This is the hardest part of my daily commute to work. It’s a nightmare in daytime for me as I leave home very early with an empty stomach just to get to work on time.
Pedestrians are advised not to cross the Ikorodu Expressway for their own safety, but we are now subjected to this daily torture (compulsory 5-min workout) to get to the other side.
So this morning I consciously made some observations as I walked across the bridge. It has 47 risers to the top, broken in the middle by a 2-meter landing, treads are about 230 mm (which is even below the standard for a private, low-traffic residential house).
As soon as I got to the office, I proceeded to do a quick sketch of a section through the stairs.
Now, as young and physically fit as I am, I complain about this bridge. Every time I’m on it, I’m always thinking about how not to slip on the worn out concrete edges of the treads – that would be disastrous. I’m wondering how the seniors (aged) feel. I see them on the bridge, and even though I’m hurrying to get to work before 8 am, I try to imagine how painful their 15 to 20 minutes plus on this bridge will be.. . Yes it takes them that long!
There’s this intense strain in your legs that you experience climbing up, a little relief at the top as you try to recover , taking baby steps, then the extremely CAUTIOUS descent on the other side, all this while minding the ant-like organisation of to and fro pedestrian traffic on the bridge. people just like you (rushing off to work).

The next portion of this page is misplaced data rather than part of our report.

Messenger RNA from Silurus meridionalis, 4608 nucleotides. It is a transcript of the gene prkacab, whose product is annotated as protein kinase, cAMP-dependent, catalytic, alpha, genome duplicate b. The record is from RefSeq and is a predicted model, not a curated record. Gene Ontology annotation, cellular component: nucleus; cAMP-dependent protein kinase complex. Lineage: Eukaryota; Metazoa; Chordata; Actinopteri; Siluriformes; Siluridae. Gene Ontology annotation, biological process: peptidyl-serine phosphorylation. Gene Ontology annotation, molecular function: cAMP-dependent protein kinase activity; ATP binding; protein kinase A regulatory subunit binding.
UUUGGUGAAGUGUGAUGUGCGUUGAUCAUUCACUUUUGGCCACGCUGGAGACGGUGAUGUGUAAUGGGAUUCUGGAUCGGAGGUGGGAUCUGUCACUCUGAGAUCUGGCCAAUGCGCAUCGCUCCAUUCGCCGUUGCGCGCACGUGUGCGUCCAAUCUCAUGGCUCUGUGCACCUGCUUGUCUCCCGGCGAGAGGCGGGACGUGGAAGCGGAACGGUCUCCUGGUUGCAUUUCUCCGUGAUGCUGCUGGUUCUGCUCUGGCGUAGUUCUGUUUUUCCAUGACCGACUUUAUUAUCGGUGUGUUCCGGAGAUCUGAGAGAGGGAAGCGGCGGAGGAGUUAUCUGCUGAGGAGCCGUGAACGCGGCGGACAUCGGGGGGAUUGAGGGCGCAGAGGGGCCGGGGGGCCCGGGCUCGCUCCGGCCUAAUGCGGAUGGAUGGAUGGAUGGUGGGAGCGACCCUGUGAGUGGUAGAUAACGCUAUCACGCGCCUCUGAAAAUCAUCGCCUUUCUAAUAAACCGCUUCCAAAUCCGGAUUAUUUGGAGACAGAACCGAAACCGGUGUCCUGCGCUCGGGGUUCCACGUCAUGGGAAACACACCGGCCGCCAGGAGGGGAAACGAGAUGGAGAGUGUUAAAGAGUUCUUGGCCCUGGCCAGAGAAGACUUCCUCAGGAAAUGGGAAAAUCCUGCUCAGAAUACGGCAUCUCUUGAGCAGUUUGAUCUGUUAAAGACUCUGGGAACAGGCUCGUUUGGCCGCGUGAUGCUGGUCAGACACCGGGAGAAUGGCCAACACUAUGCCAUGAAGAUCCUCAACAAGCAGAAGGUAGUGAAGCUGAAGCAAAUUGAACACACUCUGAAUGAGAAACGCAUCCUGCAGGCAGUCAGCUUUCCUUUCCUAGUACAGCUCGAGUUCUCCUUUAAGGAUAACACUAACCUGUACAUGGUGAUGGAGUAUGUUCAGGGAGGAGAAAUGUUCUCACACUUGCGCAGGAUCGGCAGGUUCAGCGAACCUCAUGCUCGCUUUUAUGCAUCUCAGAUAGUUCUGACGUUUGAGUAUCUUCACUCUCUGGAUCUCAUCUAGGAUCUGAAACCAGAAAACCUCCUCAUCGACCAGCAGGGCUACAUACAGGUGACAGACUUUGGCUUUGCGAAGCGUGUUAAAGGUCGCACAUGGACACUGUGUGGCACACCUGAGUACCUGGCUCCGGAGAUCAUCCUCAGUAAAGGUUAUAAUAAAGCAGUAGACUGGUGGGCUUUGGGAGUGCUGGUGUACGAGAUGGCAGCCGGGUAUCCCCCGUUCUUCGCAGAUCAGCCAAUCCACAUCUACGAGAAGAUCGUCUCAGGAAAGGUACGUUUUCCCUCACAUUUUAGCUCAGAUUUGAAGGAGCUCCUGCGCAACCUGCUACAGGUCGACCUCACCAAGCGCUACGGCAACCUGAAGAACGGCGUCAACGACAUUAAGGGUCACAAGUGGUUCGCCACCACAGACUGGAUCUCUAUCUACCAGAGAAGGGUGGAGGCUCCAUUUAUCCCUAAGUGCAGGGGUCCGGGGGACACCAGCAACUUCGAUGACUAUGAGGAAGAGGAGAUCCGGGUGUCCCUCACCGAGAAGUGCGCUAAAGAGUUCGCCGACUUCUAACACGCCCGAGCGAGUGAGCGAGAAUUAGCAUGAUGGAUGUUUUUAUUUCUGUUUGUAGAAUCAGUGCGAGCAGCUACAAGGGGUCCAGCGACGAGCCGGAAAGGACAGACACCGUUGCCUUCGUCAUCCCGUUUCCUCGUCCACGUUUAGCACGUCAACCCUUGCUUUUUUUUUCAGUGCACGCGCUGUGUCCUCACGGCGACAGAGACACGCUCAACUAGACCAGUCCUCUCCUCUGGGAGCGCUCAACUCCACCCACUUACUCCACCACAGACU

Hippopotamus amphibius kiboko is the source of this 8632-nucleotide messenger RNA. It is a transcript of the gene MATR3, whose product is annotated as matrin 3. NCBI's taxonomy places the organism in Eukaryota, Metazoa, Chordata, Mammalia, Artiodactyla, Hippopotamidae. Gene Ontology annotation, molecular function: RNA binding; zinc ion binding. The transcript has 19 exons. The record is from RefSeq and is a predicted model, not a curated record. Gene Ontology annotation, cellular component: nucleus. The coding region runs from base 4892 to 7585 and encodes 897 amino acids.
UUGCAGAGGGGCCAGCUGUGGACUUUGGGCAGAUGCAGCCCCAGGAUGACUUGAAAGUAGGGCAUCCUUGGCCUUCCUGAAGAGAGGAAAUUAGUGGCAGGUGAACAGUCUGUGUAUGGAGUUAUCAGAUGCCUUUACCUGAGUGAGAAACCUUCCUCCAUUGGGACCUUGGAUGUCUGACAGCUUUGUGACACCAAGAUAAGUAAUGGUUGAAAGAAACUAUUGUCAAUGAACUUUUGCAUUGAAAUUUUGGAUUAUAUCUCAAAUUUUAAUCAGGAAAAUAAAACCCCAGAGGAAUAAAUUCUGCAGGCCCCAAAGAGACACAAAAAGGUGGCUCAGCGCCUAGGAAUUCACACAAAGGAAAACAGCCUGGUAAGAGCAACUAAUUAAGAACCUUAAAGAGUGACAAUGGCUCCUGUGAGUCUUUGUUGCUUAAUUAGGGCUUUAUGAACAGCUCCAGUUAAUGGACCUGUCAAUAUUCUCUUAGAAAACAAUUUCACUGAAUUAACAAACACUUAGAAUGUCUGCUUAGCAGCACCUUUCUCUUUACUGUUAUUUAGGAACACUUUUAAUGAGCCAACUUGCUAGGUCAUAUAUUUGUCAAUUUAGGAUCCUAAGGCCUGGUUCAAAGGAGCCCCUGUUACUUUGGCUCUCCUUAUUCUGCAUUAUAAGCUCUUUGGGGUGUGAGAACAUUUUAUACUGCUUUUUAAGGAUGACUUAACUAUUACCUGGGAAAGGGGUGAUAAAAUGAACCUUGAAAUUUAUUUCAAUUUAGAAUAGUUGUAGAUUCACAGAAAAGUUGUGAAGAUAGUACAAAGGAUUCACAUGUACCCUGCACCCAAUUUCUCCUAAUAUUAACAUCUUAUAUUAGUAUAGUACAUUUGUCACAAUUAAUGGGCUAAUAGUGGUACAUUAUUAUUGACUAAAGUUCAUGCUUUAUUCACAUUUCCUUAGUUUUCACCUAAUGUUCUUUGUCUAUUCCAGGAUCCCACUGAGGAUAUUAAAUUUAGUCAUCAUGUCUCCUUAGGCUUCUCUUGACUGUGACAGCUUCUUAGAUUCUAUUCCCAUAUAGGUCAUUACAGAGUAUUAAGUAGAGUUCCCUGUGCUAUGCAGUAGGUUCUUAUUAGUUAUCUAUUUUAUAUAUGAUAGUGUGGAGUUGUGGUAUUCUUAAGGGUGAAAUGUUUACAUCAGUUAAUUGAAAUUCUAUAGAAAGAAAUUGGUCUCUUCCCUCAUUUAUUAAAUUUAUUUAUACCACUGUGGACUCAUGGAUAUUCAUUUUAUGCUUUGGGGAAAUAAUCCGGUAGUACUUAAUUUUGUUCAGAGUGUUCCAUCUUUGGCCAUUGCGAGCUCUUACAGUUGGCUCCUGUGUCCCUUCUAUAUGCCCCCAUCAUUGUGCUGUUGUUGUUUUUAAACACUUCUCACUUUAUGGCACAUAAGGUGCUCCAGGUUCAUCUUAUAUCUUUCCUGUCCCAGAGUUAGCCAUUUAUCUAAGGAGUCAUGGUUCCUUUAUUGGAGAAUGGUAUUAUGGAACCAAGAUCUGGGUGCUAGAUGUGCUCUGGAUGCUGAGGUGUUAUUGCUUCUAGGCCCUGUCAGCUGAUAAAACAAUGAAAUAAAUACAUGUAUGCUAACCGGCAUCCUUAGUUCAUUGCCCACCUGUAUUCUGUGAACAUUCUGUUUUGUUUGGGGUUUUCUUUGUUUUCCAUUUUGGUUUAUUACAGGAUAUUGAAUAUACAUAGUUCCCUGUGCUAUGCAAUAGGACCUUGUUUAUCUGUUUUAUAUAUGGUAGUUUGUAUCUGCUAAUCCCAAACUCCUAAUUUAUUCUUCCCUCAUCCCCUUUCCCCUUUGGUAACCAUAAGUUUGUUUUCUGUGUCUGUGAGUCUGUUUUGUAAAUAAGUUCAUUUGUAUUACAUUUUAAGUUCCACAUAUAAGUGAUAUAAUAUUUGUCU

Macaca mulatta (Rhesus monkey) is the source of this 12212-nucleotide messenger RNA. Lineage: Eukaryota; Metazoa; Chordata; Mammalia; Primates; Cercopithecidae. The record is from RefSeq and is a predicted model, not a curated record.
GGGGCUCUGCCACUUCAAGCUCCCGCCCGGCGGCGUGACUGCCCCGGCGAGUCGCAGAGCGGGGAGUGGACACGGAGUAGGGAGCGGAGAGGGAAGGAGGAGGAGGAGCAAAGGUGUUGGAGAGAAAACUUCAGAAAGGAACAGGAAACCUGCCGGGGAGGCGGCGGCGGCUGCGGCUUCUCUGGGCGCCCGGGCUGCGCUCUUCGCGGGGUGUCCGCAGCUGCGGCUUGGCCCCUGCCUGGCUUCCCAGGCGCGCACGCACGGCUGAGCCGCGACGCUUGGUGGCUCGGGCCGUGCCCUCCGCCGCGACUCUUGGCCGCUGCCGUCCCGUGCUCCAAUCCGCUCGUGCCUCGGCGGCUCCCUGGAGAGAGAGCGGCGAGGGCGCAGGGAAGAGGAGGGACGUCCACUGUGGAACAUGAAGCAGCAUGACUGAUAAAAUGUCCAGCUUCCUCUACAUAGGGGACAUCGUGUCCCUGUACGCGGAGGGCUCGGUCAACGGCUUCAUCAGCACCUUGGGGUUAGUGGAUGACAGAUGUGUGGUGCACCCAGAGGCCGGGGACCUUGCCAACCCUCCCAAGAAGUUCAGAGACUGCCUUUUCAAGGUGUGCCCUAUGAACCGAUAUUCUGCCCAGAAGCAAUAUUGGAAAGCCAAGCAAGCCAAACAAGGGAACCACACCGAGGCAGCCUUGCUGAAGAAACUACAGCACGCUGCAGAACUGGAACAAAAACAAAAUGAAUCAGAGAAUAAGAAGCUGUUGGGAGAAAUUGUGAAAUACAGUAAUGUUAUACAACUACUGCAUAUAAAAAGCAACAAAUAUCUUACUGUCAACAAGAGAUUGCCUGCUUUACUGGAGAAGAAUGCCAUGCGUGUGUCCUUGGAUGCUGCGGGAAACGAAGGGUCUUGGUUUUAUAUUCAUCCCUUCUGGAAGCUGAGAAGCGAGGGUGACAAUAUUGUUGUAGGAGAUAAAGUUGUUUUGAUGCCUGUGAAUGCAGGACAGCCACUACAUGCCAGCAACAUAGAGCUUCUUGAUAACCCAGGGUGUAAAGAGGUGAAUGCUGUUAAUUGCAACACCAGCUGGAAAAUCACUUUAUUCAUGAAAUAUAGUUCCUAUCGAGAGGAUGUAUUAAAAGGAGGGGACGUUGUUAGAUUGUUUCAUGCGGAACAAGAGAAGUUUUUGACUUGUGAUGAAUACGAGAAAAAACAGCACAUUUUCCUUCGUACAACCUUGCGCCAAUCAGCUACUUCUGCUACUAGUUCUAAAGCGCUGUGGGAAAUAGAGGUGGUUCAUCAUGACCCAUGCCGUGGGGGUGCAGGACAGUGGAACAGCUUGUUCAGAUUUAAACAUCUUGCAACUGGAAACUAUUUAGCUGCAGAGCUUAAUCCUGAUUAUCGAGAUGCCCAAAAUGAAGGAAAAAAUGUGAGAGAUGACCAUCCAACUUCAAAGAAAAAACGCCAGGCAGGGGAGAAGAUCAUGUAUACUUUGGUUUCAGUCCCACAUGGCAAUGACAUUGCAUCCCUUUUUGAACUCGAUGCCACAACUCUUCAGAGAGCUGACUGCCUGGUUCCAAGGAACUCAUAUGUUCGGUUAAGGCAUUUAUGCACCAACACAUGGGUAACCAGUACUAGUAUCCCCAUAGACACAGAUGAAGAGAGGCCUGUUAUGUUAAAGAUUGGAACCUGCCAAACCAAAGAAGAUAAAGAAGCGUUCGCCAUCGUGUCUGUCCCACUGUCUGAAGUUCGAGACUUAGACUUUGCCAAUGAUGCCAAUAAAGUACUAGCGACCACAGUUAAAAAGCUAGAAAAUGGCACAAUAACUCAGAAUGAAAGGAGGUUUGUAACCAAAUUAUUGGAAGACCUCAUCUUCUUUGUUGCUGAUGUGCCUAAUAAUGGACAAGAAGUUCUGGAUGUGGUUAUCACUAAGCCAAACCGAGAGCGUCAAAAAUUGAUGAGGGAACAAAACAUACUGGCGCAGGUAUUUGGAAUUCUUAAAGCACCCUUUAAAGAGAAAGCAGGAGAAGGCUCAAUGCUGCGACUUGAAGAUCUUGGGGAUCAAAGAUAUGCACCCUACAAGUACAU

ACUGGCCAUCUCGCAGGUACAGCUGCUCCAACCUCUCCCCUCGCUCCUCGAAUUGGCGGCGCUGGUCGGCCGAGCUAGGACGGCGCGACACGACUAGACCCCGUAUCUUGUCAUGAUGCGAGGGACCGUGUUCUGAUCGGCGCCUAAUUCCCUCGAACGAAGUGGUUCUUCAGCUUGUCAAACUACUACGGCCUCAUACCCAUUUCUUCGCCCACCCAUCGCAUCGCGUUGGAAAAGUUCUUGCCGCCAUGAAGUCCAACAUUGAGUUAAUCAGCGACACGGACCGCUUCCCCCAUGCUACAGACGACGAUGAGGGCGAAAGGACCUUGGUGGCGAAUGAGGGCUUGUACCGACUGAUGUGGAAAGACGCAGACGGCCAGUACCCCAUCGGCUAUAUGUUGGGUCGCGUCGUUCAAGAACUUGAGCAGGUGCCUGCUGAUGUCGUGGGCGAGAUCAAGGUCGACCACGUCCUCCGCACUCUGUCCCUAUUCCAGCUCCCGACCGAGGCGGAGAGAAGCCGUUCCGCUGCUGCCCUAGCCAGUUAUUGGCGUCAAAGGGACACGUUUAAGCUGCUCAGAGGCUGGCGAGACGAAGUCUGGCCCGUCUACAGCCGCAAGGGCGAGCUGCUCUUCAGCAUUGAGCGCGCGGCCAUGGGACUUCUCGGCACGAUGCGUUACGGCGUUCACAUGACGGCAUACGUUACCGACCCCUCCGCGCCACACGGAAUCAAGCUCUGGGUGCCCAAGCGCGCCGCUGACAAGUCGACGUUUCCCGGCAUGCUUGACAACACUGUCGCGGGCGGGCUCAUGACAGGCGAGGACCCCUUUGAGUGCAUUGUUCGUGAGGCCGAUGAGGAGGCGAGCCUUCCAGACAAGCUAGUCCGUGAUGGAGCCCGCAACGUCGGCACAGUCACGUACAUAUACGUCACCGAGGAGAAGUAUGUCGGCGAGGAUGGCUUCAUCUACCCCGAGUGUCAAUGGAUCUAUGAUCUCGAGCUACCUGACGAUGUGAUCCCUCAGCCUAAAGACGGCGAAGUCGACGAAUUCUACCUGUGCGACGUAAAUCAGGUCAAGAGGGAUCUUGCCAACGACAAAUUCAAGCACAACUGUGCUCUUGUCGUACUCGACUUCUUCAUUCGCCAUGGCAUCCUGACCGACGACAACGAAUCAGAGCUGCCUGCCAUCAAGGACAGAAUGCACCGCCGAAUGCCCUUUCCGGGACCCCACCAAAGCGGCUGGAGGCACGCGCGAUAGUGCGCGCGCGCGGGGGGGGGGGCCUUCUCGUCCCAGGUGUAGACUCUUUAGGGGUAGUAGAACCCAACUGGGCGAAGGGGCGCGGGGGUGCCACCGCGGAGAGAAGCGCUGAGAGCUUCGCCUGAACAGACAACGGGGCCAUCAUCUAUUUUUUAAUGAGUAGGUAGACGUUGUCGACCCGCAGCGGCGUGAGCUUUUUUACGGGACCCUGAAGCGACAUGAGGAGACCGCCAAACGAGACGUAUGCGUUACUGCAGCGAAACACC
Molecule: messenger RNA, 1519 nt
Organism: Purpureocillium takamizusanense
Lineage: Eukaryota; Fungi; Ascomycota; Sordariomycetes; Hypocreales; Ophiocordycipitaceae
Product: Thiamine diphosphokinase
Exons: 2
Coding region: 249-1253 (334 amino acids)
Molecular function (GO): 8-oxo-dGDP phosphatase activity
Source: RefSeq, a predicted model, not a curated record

We should be grateful we even have a pedestrian bridge at Onipanu, not all bus stops have one. And there are some that are worse. . >>> Ojota Bus Station. Ojota adds a little bit more to this problem. It’s steeper and it’s built like a building with massive concrete and almost completely covered on the sides so imagine what that looks like at night and how ‘SAFE’ that is. God help you if there’s no light (. . .like there ever is). I’ll document some of my observations on that when next I’m on it.
I’m just wondering if there was any thought at all during the design of this bridge. Wait, was there even a design? Who designed it? What parameters were considered? What of the disabled – Is there an air craft or subway to cater for them as this option is clearly not for them?
Okay, let’s take for granted that it was well designed but the building contractor messed it up, producing substandard work (happens a lot over here), wasn’t there any kind of inspection? Was there any assessment?
Who is even supposed to take observation of these things?
Does the government even assess any of their projects for quality and functionality, before issuing million-naira checks for Commissioning these ‘white-elephants’?
Maybe the Commissioner for Works & Housing had a meeting with the Commissioner for Health and concluded this as a good measure to keep Lagosians body weights in check. [pun intended]
Am I the only one who thinks something is not right with this.
I’d like to know what you think.